• The new form factor is a huge improvement. The action of the buttons has been reversed so they need to be pressed on the inside rather than on the outside which is where you tend to grasp the device. The metal back makes it feel more substantial, and the keyboard has been dramatically improved. It’s also thinner which is a bonus when traveling.
  • The 5-way button is a significant improvement over the LCD "gutter" of the old model. It allows for much more efficient navigation which will, in turn, make some of the great features of the Kindle (dictionary, notes, etc.) far more accessible.
  • It didn’t come with a case which bummed me out. I guess I should have realized that, but in my haste to purchase one before they sold out, I didn’t read about everything that comes in the box. The first Kindle came with a basic case (poor as it was), so I assumed the second one would have a case or a sleeve, too. But in a tribute to the iPod, the Kindle 2 comes with nothing but the device itself, and a cable. Cases and other accessories are additional revenue streams.
  • The Kindle 2 does away with the external network switch. The single power switch is on the top of the device (where it won’t be covered by your case or sleeve), and control of the network is now done through a software menu. Very smart change.
  • Despite some criticism I’ve seen online, the Kindle 2 is definitely faster than the first. It’s still e-ink, so it’s not instantaneous, but there’s a noticeable improvement over the first version.
  • All my books from my first Kindle experience were waiting for me on my Kindle 2. I just had to select them from the archive section, and they immediately downloaded for free. This is an important reminder that, like the iPhone, the Kindle isn’t a standalone device. It’s part of an ecosystem which is clearly greater than the sum of its parts.
  • I haven’t been able to put the battery through its paces yet, but it’s supposed to be 25% better. I don’t think I’ll have any battery problems this time, though, because I don’t think I’m going to buy any subscriptions which means I won’t have to leave the wireless on. I’m so accustomed to reading the news on my phone or in a feed reader now that I think I’ll use the Kindle exclusively for books.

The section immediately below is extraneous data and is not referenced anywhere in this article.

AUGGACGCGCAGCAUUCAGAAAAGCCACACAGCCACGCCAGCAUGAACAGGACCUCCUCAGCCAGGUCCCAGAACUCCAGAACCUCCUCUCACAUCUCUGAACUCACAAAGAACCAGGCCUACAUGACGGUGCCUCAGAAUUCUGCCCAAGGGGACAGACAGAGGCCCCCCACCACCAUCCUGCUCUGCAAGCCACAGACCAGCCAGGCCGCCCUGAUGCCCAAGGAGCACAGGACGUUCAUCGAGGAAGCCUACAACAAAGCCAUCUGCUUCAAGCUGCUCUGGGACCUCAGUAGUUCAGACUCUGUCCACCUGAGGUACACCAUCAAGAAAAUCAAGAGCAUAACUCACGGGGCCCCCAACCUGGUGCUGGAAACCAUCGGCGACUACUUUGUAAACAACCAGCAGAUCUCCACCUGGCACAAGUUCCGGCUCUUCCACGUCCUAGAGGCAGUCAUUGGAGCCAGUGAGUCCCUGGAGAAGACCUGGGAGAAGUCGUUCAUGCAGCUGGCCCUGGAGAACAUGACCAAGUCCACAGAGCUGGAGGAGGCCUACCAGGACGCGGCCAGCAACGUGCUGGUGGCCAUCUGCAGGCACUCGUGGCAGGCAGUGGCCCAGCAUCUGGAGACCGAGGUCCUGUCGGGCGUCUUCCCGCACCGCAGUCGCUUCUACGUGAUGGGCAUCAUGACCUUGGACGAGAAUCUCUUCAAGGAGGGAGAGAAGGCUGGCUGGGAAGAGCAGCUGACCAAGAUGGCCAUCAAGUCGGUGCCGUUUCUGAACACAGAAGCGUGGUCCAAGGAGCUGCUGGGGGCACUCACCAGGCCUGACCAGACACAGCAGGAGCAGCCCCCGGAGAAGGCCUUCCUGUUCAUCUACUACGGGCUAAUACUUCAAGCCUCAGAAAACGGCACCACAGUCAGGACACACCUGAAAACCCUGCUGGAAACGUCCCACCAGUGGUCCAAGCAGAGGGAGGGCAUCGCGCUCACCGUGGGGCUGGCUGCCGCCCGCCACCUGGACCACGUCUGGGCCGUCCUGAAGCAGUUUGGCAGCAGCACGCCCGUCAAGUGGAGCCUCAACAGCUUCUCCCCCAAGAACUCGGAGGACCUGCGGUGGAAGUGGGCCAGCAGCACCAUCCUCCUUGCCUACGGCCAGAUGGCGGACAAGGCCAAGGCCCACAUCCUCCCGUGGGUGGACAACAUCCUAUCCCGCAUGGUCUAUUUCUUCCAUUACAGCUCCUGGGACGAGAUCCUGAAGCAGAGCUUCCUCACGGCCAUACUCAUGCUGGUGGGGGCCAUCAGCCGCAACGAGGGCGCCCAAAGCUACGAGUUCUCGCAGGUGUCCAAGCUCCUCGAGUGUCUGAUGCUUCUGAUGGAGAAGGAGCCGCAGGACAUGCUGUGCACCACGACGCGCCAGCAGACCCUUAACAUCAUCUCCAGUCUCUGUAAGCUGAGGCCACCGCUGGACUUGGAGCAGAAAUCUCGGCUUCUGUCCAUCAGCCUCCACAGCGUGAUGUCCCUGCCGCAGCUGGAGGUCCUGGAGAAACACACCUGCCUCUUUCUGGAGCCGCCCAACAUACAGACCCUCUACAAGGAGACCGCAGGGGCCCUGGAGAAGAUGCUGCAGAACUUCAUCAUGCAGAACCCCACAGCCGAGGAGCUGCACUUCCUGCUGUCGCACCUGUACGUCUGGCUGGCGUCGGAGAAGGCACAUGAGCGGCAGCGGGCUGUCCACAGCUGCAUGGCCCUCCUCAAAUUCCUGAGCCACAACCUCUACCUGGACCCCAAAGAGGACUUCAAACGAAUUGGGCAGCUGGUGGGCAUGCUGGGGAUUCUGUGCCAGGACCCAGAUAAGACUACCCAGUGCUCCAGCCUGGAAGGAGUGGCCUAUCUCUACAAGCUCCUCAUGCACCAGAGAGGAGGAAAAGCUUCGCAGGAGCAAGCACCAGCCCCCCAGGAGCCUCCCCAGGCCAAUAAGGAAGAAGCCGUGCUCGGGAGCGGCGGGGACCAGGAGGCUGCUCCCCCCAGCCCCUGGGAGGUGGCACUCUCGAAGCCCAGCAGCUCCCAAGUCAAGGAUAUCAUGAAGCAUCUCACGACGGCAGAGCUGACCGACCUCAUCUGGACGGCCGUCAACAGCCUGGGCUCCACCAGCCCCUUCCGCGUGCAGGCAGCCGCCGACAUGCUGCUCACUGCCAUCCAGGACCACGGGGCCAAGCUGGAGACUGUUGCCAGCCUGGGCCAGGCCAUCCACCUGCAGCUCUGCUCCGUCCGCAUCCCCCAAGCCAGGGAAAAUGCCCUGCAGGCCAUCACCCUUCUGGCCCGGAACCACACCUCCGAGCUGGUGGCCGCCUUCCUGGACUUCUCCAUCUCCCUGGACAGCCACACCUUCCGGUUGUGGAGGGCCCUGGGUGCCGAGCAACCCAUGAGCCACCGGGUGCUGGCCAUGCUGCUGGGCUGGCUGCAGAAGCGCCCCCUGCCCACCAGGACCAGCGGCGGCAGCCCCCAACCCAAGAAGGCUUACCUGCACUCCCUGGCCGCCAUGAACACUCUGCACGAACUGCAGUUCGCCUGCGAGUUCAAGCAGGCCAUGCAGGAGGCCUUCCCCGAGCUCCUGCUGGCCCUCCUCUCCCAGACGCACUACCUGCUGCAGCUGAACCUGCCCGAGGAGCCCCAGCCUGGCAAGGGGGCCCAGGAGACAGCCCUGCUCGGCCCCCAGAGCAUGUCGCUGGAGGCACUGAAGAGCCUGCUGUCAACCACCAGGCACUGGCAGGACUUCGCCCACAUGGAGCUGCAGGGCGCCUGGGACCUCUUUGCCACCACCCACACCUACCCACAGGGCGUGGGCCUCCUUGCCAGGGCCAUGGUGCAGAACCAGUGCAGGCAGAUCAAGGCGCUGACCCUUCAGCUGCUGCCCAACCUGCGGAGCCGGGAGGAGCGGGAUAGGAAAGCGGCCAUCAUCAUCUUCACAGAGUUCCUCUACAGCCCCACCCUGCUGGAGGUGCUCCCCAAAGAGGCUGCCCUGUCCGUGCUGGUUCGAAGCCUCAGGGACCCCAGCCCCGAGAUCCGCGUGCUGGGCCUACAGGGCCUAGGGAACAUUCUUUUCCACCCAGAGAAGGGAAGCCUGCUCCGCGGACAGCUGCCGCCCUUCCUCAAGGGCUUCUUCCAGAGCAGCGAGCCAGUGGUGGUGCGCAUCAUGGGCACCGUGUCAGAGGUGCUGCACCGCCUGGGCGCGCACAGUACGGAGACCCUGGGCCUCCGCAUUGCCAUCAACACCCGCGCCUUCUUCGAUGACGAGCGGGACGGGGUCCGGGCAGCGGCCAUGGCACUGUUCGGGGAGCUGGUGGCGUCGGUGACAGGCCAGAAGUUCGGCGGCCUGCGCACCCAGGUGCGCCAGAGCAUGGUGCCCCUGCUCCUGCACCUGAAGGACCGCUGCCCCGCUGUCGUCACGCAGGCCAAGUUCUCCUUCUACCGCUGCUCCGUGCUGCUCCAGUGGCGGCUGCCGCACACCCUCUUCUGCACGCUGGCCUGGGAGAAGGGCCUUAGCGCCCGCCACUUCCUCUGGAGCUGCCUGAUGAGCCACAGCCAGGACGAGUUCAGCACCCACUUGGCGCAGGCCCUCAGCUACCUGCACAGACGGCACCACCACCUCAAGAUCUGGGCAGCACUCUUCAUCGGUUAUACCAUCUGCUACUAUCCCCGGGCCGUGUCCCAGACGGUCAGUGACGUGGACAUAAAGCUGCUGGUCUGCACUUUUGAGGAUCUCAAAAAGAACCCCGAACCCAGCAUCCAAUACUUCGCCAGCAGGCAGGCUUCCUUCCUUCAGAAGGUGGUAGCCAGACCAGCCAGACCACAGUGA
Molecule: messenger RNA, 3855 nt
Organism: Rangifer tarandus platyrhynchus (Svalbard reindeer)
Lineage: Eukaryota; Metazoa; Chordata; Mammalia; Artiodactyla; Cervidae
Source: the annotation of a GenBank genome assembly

• Amazon still charges to email documents to yourself ($0.10 each), and to aggregate blogs (about $1.99 each). I understand why Amazon does this (the cost of the wireless connection is paid for every time you buy a book, but not when you wirelessly transfer documents or aggregate blogs), but I just can’t imagine doing this when you can easily connect your Kindle via USB (on Mac and Windows), and there are so many better ways to read blogs. But just because these features don’t appeal to me doesn’t mean they aren’t useful to others, so I officially reserve judgment.

Other features of the Kindle 2 that I haven’t mentioned yet:

  • More storage. The Kindle 2 will hold over 1,500 books.
  • A new text-to-speech feature allows the Kindle to read to you. I wasn’t expecting much out of this feature, but it actually works surprisingly well. The voice and the flow are quite natural.
  • Better selection. Amazon claims there are over 240,000 books available now. I did a quick search for the next four or five books I intend to read, and they were all available which already puts me off to a better start than with the first Kindle.

Overall, I’ve been very happy with my upgrade thus far, and would recommend the Kindle 2 both to original Kindle owners, and to anyone who thought the first Kindle wasn’t ready for prime time yet. I think this time, I’m going to stick with it — at least until I see leaked photos of the Kindle 3.

Review of the Apple aluminum keyboard